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Should I adopt a cat with stomatitis?

Should I adopt a cat with stomatitis?

We would not recommend never adopting or fostering cats with stomatitis, or being restrictive about where they end up living, but it is a good thing to just keep in mind for those very severe cases.

What causes stomatitis in cats?

Factors that can predispose a cat to stomatitis include retroviral diseases such as Feline Immunodeficiency Virus (FIV), and Feline Leukemia Virus (FeLV). Additional causes may include Calicivirus, Juvenile Onset Periodontitis, periodontal disease, and genetics.

Is stomatitis in cats curable?

The frustration with this disease is that we can never say there is a cure; rather we are managing the condition. However, with full mouth extractions, two thirds of cats experience a “clinical cure,” meaning no additional care is necessary (beyond routine dental care for any remaining teeth).

What does stomatitis look like in a cat?

In cats, the term stomatitis is often used to describe a long term, severe inflammation of the gingiva (gum) and the tissues toward the back of the mouth. The affected areas typically have a bright red appearance, easily bleed, and are often have a cobblestone appearance. Felines with stomatitis are in a significant amount of pain.

What should I do if my cat has stomatitis?

If your cat has been diagnosed with feline stomatitis, getting them regular veterinary and dental care gives them the best chance at successfully managing the disease. Because stomatitis is so painful, the first step of treatment is to control pain with medicine. If your cat has an oral infection, your vet may also prescribe antibiotics.

Why does my cat have pain in his mouth?

The pain caused by stomatitis often causes cats to shy away from their food. If your cat has suddenly lost weight or shows signs of dehydration, which includes a loss of elasticity of the skin, sunken eyes, and cold paws, it may be due to a stomatitis infection in the mouth.

Is there a link between stomatitis and upper respiratory disease in cats?

According to dvm360, some studies suggest a link between stomatitis and calicivirus, a virus that causes upper respiratory disease in cats. Viruses that affect the immune system, like feline leukemia virus and feline immunodeficiency virus, may also play a role.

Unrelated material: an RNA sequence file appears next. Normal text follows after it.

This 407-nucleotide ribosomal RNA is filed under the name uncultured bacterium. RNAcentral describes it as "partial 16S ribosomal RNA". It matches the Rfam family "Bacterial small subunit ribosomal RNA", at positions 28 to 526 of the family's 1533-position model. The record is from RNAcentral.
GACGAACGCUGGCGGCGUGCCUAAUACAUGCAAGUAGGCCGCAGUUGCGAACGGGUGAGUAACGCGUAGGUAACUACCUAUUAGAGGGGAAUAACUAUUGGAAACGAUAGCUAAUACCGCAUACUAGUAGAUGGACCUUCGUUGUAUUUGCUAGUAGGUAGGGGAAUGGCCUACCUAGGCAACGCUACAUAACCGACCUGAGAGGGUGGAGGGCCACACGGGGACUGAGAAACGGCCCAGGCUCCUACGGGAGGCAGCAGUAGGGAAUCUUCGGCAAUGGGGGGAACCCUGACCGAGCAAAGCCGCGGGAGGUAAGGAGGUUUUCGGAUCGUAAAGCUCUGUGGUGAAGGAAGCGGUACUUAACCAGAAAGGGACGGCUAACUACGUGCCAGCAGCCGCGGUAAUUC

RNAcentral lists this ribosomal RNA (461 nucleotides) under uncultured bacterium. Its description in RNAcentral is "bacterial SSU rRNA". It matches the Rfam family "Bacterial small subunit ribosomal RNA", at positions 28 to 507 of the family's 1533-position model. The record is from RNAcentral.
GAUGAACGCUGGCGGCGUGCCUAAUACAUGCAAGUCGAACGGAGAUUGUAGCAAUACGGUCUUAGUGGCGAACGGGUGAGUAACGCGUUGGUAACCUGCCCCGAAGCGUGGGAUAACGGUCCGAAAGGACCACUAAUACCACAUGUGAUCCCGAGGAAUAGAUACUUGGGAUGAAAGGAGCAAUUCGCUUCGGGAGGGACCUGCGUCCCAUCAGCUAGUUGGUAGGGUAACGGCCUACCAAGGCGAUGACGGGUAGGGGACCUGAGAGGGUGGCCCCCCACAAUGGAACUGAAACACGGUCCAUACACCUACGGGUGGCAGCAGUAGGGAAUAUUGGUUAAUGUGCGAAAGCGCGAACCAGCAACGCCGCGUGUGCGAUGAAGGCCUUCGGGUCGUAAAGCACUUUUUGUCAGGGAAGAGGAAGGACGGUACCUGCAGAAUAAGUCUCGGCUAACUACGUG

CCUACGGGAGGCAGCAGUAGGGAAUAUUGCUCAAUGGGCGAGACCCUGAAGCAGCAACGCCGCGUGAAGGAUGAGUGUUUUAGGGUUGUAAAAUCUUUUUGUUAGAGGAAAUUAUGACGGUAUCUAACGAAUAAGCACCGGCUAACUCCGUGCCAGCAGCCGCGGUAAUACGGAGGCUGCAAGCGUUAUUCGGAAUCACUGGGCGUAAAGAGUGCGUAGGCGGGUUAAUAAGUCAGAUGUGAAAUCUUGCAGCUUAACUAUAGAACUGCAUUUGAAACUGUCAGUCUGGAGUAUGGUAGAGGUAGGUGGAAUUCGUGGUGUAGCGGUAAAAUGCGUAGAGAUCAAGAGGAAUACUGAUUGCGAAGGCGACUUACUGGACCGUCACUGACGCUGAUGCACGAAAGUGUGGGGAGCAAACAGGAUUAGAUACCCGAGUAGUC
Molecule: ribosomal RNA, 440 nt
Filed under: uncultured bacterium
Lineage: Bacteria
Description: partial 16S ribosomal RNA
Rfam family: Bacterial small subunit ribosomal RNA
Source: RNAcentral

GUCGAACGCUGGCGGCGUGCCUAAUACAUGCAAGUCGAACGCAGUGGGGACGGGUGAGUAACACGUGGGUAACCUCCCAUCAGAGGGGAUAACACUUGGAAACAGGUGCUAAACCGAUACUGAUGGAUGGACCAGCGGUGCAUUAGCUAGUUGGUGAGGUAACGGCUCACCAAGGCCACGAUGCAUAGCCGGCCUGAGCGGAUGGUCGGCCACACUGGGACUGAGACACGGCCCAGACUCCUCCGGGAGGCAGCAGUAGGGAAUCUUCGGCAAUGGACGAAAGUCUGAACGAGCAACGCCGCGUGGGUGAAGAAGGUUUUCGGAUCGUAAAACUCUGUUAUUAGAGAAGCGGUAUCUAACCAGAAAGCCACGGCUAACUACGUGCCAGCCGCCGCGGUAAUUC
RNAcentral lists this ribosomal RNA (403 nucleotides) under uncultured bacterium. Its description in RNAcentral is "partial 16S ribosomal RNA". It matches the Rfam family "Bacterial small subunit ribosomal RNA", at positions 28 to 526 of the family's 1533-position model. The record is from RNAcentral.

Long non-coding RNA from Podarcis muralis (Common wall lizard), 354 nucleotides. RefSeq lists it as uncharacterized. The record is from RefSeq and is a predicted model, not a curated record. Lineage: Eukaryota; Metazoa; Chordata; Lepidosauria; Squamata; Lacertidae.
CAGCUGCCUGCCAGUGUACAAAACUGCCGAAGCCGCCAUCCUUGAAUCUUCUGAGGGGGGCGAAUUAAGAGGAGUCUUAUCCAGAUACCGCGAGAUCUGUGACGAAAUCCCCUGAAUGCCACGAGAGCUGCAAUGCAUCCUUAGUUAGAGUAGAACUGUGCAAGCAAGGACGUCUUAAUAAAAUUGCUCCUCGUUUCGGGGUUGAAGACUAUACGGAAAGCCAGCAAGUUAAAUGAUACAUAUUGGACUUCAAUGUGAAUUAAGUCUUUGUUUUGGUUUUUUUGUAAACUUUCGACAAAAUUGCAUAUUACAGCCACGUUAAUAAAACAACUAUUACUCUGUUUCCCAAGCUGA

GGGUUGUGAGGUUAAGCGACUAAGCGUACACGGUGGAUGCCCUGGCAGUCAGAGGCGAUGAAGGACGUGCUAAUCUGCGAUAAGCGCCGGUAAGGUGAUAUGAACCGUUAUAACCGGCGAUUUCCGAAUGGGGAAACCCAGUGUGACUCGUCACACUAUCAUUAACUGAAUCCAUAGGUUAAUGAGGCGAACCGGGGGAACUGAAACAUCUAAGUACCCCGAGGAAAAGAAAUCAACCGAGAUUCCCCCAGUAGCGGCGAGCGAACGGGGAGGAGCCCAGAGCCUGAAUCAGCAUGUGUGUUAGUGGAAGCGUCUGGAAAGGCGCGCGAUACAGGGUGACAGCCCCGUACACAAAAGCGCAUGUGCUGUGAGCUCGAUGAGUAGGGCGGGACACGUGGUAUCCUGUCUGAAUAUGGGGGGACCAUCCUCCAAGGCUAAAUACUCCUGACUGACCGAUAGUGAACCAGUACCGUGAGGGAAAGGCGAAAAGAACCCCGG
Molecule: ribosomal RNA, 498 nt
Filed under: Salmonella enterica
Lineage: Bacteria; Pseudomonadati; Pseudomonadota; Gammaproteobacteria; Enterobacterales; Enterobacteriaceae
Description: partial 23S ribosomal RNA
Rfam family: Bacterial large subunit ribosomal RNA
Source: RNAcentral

What does stomatitis do to a cat’s mouth?

The affected areas in a cat’s mouth are typically bright red and bleed easily. Feline stomatitis also causes bad breath, drooling and excessive swallowing. Because stomatitis is often painful, affected cats may refuse to eat and groom, or they may chatter their teeth or paw at their faces.

What causes pain in the mouth of a cat?

Feline stomatitis is a severe, painful inflammation of a cat’s mouth and gums. Dental disease, certain viruses, and some other inflammatory conditions can cause feline stomatitis. The long-term outcome can vary.

Is there a lab test for feline stomatitis?

There is no simple laboratory test to diagnose FCGS, though veterinarians may be suspicious for the condition based on a cat’s symptoms and an examination of the oral cavity. Certain systemic diseases and the more common gingivitis and periodontitis, however, can also cause oral inflammation that resembles FCGS, and should be ruled out.

Why does my cat have ulcers in her mouth?

In most cases, the condition causes ulcers to form in the mouth; these ulcers can involve the lips, tongue, gums, and back of the throat. Cats of any age or breed can be affected. There is no single cause of feline stomatitis. Dental disease (particularly periodontal disease) is commonly implicated as a cause of stomatitis in cats.